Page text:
Disasters come in various forms; there are hurricanes, earthquakes, monsoons, tornados, etc. Unfortunately, a lot of disasters in the modern day are correlated with the effects of colonialism, capitalism and climate change. The ways people experience disaster also varies based upon location, country, race and gender. Often times when disaster strikes a developing country that is either still colonized or that has recently been “decolonized”, the effects are exacerbated due to the fact that there are already standing issues within the country. This has been exemplified in countries such as Puerto Rico and more recently the Bahamas. For the United States and its territories, the agency that steps in to provide aid is the Federal Emergency Management Agency (FEMA). Their mission statement is “helping people before, during and after disasters”; unfortunately, the length of time the presume is okay to provide assistance after a natural disaster is not adequate.
There are currently poor procedures in place to aid people who need help the most. FEMA provides aid to countries in need for a limited amount of time. There aren’t any procedures in place to provide help to these individuals in a long term manner. Arguably, this is because there is a limited understanding of the long term effects of trauma towards people of color. In disaster situations that impact a predominantly white population, there tends to be a sense of urgency to fix the problems caused by the disaster. Essentially, these people are given the opportunity to return back to normal in an expedited fashion. It is clear that FEMA has organized their timelines around privileged people, whether that be racial or via class.
Currently, FEMA has a multitude of services geared towards helping individuals and businesses get back on their feet. For the purposes of this article, we’ll focus on the services provided to individuals. To try and highlight the issues within all of FEMA’s disaster support programs would take an entire novel. We will focus solely on FEMA’s housing assistance and the issues with the programs that fall under the temporary housing assistance category. FEMA does not provide as much help as the average person might consider. The things that fall under FEMA’s housing assistance include temporary housing, home repair assistance and home replacement assistance. At a glance, it seems that they have covered their bases, however that’s not true.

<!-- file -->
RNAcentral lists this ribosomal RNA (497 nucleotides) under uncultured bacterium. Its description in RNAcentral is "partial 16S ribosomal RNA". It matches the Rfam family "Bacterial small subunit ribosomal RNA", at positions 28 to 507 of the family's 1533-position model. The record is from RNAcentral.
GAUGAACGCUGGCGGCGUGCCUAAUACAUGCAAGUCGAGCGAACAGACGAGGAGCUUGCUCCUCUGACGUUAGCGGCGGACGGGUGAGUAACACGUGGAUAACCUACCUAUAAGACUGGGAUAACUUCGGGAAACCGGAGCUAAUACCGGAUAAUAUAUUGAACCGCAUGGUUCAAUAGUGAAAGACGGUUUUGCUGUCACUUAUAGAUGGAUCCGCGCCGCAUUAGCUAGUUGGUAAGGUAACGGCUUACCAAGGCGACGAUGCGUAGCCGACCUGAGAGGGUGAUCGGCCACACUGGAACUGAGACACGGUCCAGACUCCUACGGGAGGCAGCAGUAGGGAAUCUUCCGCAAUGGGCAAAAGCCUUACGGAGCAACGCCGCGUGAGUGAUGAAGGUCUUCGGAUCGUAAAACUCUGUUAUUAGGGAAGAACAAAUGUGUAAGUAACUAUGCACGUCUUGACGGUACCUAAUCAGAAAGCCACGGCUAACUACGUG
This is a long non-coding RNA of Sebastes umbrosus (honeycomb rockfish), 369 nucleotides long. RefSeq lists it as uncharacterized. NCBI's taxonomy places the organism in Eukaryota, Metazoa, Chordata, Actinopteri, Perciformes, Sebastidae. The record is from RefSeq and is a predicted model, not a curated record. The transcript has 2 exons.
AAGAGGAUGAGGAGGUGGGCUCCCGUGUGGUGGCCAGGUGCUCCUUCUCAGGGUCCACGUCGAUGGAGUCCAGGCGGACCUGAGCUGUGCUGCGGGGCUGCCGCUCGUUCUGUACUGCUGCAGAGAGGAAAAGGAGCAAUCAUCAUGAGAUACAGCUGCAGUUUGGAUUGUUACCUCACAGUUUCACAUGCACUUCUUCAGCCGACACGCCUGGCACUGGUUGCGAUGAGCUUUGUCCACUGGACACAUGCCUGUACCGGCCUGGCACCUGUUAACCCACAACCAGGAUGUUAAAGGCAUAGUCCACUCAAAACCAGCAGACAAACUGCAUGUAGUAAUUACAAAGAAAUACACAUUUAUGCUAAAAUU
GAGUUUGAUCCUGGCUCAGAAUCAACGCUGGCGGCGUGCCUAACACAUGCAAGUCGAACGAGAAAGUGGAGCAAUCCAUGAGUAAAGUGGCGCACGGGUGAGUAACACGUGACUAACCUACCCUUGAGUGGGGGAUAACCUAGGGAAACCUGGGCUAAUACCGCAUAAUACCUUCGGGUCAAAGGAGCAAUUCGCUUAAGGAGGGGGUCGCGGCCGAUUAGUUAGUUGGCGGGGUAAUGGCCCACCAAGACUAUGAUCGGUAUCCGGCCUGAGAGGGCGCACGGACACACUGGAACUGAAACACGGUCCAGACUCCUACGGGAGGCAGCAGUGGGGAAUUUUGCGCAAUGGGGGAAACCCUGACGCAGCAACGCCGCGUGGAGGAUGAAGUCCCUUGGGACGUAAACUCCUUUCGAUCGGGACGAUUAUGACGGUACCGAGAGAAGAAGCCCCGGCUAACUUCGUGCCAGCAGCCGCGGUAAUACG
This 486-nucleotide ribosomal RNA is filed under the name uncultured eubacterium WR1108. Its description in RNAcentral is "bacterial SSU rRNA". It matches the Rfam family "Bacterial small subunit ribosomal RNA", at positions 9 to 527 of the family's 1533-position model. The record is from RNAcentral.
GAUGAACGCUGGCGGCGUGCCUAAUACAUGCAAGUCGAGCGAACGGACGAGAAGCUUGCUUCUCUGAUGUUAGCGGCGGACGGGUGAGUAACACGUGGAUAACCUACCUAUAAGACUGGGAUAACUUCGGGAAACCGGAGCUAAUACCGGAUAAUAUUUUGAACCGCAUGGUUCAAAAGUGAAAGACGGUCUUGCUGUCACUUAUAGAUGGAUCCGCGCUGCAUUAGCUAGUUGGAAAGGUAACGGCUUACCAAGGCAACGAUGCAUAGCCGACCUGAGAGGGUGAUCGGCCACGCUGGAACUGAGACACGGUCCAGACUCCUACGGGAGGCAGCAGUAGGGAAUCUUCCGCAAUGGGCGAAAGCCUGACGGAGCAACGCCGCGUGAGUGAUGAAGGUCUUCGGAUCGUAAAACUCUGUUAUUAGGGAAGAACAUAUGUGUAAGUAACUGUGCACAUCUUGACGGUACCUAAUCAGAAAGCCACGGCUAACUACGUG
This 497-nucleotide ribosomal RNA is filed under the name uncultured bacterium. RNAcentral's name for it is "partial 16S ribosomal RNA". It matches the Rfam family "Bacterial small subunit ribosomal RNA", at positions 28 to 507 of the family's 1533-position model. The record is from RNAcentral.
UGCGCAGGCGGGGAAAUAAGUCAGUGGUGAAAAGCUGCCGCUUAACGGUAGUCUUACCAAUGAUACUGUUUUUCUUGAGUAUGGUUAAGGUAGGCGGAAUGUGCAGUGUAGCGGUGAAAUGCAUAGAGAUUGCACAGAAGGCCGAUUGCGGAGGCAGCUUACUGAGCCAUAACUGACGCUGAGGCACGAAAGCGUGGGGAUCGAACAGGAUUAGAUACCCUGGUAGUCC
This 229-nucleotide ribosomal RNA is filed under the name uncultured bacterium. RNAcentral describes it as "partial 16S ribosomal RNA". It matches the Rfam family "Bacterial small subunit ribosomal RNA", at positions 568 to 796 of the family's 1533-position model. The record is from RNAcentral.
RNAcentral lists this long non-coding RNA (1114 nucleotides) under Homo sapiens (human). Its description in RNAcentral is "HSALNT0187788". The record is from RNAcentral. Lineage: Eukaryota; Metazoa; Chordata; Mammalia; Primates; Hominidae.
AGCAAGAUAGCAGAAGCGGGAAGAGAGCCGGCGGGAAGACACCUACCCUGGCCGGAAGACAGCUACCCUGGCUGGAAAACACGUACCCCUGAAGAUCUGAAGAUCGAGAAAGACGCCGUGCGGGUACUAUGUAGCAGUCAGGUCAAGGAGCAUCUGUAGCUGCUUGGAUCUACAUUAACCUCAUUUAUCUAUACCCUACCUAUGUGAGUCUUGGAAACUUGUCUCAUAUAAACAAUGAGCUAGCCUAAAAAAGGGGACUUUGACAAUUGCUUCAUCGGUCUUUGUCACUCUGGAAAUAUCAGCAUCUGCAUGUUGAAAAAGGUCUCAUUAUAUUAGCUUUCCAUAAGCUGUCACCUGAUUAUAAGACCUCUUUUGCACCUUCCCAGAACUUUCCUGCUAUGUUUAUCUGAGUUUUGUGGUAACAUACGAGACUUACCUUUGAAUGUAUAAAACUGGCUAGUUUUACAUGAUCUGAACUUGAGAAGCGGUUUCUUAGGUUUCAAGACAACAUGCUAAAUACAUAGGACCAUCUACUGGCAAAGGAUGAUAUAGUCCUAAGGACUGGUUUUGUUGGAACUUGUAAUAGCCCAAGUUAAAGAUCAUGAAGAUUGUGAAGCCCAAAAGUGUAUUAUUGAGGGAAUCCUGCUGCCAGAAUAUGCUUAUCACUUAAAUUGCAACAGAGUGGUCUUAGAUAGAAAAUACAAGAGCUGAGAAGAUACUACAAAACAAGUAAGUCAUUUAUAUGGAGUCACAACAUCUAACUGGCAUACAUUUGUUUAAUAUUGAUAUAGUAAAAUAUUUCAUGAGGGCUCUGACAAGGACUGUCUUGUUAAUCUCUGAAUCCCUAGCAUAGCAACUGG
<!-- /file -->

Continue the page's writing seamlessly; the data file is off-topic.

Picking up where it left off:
FEMA’s temporary housing is only for homeowners who are uninsured or underinsured that have been displaced after a natural disaster. This temporary housing assistance consists of initial rental assistance, utility outage rental assistance, inaccessible rental assistance, continued rental assistance and lodging expense reimbursement. The initial rental assistance covers an individual for two months; this is only given to people whose homes have been deemed uninhabitable or homes where people have been forcibly relocated. According to Forbes, 78% of workers in the U.S. live paycheck to paycheck. The likelihood that a person requesting temporary housing from FEMA will be able to get their finances in order directly after a disaster is low. There are so many personal factors that this short time period does not consider. A person may lose their job and continued financial stability as a result of the disaster. Providing assistance for a mere two months is not only biased towards helping the gainfully employed individual, but it is also biased towards people who fall into very binary categories.
FEMA’s temporary housing becomes even more complicated once we take a look at their utility outage rental assistance. This covers those that experience “extended” utility outage in their area, and thus need rental assistance for another home. The coverage is provided typically for one month. The period of time that qualifies as “extended” is unavailable on their website. So not only will a person who has relocated because of extended power outages have one month of rental assistance, but they might not even qualify for assistance and will only find out after requesting this assistance. This is not the only example on FEMA’s website of language being vague; this is important to note as it allows for the agency to cover its bases and still be able to be selective about which individuals will receive aid and support from them.